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I'm looking to make an array of sensors to record the temperatures in a house at various points

eg. Above flat metal roof,
inside flat roof cavity (above 1st floor),
ceiling of room (1st floor),
floor of room (1st floor),
floor cavity (first floor),
ground floor room ceiling,
sub-floor/basement space.

I guess I need accuracy tolerance of about ± 1ºC. More important is that once initially calibrated, the sensor do not drift relative to temperature or the data comparison will be bunk. I hope to run the sensors for weeks in winter, summer, spring, autumn to get a full profile of the thermal performance.

So which sensors are good for me. Few seem to be good for ± 1ºC and I need a way to deal with the wiring of them too. So I2C or another digital bus might be good, anything that stops the length of the wire introducing errors into the values. Digital also means I can run a cat5 daisy chain of sensors rather than a separate lead to each sensor which seems reasonable.

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I've had very good results from the DS18S20. I found it to be very accurate. You can easily get a resolution of 0.5 degrees (Celsius), or if your prepared to do a bit more work you can get 0.1.

You can also string together lots of them on a single data wire, and get readings from each of them by addressing them by their in-built serial code.

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  • \$\begingroup\$ I've had good luck with this series. I haven't used them at any distances over 5 feet, though. \$\endgroup\$ – mjcarroll Feb 2 '11 at 19:21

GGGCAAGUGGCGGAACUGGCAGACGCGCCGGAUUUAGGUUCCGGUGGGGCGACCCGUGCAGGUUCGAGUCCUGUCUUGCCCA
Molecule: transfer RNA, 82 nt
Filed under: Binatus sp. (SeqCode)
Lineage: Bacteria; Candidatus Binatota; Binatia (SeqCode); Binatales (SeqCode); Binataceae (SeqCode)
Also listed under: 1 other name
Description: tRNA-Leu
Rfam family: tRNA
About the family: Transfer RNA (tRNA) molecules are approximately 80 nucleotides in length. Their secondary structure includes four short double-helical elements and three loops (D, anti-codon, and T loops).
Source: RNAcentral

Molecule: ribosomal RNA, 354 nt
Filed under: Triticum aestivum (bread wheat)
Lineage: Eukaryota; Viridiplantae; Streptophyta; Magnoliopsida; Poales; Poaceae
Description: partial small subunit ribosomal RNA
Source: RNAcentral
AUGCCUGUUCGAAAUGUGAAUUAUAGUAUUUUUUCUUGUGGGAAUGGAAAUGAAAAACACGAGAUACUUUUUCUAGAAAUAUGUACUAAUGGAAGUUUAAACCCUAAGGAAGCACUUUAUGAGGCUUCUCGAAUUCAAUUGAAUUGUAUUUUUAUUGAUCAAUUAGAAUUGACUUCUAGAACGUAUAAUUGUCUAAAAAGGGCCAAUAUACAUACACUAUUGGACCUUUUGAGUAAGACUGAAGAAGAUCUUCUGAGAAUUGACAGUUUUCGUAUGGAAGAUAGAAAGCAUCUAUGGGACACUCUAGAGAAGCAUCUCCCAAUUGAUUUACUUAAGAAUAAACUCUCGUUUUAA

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I've used TI TMP100 sensors with success.

They're IIC, and support up to 8 devices on a single bus.

Their absolute precision is only +- 2°C, but they're repeatable, and have 0.0625° relative resolution. Also, you can calibrate out (most) of the +- 2° offset, if you put the effort in.

I can also confirm that ~20' strings with sensors spaced evenly along it work without trouble.

TI Also make some higher precision, but more expensive IIC sensors, such as the TMP275.

I have a project which scans 14 strings of 8 sensors, and dumps the code out over a serial port a ~2 hz. It's built around a Propeller Microcontroller, and I could post the code and PCB layouts, if you would like.

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  • \$\begingroup\$ That would be an I2C bus the size of a room. Usually, that's too large for I2C. No guarantee that a plain unassisted I2C would work at such lengths. \$\endgroup\$ – Nick Alexeev Apr 26 '15 at 1:39
  • \$\begingroup\$ @NickAlexeev - It seemed to work fine, even with 400KHz I2C. What can I say? \$\endgroup\$ – Connor Wolf Apr 26 '15 at 1:44
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For such a sensor network I would absolutely consider using Dallas 1-wire components for great flexibility and reasonable price. It is well supported in Linux via owfs.

T3-R1-A picture

At www.hobby-boards.com there is a small T3-R1-A ready made board which you just connect with cat5/RJ45 priced at 18USD. According to the documentation it uses the DS18S20 sensor like already mentioned by BG100.

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